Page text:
PERCEPTIONS: Mediocrity: The key to a rich life
Remember Orville Redenbacher? He is famous for his popcorn, but also for his philosophy: Do one thing and do it better than anyone. He made some really good popcorn.
As a teenager I ran into Orville’s philosophy everywhere I went. My teachers and coaches spouted it like religious dogma. In the classroom I was challenged to set the curve. In the band room second chair was shameful. On the basketball court it was the state championship or bust. Those cute cheerleaders were not yelling, “We’re number two!”
I decided this obsession with being the best was stupid. My philosophy was (and is): Be mediocre at as many things as possible. Not being the best at any one thing is a small price to pay for the freedom to indulge in everything else.
Imagine yourself at a banquet table that is swaying beneath the weight of your favorite dishes and desserts. You are calculating how many things you can pile onto your plate when Orville approaches with some advice. He tells you that the key to enjoying the banquet is to pick a single dish and become the world authority on it.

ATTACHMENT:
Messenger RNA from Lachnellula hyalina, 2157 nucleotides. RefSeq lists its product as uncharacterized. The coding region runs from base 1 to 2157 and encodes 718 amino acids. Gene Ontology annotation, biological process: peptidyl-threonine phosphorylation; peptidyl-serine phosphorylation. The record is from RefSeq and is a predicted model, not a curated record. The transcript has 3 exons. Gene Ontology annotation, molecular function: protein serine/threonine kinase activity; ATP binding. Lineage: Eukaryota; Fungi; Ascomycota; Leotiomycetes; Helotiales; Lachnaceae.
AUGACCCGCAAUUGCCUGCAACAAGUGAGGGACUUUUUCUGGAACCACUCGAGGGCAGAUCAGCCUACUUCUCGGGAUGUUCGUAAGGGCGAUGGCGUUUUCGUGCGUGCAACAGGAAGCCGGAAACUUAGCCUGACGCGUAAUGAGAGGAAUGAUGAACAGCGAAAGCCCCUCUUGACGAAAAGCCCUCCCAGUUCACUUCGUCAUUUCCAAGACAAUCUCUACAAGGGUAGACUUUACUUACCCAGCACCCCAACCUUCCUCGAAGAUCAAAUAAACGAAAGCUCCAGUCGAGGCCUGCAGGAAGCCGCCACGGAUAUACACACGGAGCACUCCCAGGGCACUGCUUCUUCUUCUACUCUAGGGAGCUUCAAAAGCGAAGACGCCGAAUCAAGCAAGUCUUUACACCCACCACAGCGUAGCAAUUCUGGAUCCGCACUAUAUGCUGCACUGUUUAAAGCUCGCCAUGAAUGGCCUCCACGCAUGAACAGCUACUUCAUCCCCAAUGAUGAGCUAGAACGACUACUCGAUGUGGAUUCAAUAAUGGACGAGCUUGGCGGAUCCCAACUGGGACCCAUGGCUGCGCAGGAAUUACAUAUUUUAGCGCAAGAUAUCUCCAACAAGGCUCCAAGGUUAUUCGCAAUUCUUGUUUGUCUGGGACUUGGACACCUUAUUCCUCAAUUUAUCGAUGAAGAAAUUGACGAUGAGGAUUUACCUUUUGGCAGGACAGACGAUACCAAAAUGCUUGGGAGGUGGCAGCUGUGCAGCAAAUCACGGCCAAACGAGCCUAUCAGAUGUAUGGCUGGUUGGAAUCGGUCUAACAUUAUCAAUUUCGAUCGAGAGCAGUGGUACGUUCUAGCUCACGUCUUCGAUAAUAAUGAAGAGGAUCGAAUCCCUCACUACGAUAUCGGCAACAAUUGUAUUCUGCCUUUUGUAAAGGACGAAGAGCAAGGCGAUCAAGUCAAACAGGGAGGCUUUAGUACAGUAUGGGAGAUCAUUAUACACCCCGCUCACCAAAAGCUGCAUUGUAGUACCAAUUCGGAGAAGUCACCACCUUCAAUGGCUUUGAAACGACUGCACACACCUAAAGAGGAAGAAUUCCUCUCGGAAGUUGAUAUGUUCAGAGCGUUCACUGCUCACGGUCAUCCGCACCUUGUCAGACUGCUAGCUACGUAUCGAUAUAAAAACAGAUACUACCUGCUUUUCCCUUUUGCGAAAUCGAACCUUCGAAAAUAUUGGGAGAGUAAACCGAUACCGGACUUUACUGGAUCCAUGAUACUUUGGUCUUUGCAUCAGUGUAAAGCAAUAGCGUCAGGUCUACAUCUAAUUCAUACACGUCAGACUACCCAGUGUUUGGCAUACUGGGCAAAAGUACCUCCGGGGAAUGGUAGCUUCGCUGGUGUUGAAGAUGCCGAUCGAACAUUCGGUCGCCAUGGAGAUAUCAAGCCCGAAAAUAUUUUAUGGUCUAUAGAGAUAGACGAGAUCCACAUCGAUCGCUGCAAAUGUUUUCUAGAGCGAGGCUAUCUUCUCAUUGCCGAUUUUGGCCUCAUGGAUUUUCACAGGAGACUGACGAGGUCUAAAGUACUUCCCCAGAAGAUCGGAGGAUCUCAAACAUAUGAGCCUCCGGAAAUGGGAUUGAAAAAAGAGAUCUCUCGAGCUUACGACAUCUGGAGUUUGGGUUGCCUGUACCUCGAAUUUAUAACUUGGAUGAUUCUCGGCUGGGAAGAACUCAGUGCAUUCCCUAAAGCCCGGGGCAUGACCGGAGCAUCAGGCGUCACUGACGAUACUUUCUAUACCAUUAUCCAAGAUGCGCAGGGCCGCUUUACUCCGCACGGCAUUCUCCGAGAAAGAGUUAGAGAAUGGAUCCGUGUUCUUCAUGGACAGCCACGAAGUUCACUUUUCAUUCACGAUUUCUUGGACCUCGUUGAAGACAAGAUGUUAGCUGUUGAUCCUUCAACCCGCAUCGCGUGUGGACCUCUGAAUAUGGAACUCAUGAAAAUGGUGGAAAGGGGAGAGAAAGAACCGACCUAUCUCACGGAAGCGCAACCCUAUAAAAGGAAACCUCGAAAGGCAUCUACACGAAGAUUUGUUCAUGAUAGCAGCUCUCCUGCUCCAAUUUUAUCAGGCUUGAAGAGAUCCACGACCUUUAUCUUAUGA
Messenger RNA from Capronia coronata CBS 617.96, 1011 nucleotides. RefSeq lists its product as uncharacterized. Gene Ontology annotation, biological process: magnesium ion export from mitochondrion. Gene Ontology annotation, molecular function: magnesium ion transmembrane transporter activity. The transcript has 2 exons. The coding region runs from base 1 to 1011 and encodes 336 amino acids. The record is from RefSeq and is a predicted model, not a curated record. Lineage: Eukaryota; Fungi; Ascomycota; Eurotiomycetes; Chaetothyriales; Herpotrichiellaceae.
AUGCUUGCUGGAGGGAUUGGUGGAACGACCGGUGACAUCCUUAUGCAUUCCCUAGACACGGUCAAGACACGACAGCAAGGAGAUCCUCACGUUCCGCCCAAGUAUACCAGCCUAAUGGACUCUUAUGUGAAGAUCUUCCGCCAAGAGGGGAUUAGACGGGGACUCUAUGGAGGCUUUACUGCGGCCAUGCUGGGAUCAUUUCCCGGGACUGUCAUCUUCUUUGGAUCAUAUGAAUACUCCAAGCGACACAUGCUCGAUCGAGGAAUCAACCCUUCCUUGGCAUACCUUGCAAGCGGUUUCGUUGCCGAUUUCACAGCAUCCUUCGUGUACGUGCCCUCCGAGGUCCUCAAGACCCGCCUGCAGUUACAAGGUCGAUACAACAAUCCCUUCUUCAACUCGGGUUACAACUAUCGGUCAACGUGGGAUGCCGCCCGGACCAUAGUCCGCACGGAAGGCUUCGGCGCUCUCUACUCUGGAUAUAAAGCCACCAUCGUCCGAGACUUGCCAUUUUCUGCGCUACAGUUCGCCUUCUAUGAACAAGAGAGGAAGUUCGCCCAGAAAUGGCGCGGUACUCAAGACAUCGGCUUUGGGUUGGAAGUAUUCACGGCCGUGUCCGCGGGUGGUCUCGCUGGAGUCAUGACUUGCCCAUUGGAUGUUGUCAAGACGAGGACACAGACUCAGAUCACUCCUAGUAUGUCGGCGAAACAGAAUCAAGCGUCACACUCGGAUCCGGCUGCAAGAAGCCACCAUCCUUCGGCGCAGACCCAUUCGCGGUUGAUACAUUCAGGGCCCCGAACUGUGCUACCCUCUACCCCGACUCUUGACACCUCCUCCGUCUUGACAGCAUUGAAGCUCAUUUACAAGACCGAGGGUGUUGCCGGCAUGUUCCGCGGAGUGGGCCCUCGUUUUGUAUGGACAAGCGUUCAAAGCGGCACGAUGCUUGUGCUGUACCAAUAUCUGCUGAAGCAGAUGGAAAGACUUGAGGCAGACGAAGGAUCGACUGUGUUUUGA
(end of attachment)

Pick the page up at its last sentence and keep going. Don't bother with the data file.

Let’s say you choose tomato soup. You become the expert on tomato soup. No one can stew up a pot of tomato soup like you. You are the King of tomato soup.
The price of your crown is fidelity to a single dish. You must turn your back on the miracle of roast beef, mashed potatoes and apple pie. For you it will be tomato soup ’til death do you part. The price is too high.
I am a mediocre French horn player, golfer, pastor, teacher, carpenter, theologian, fly fisherman, backpacker, father and husband. I am not the world’s greatest anything, but I find life to be a fantastically rich banquet. I could no more limit myself to just one thing than I could eat a single piece of popcorn.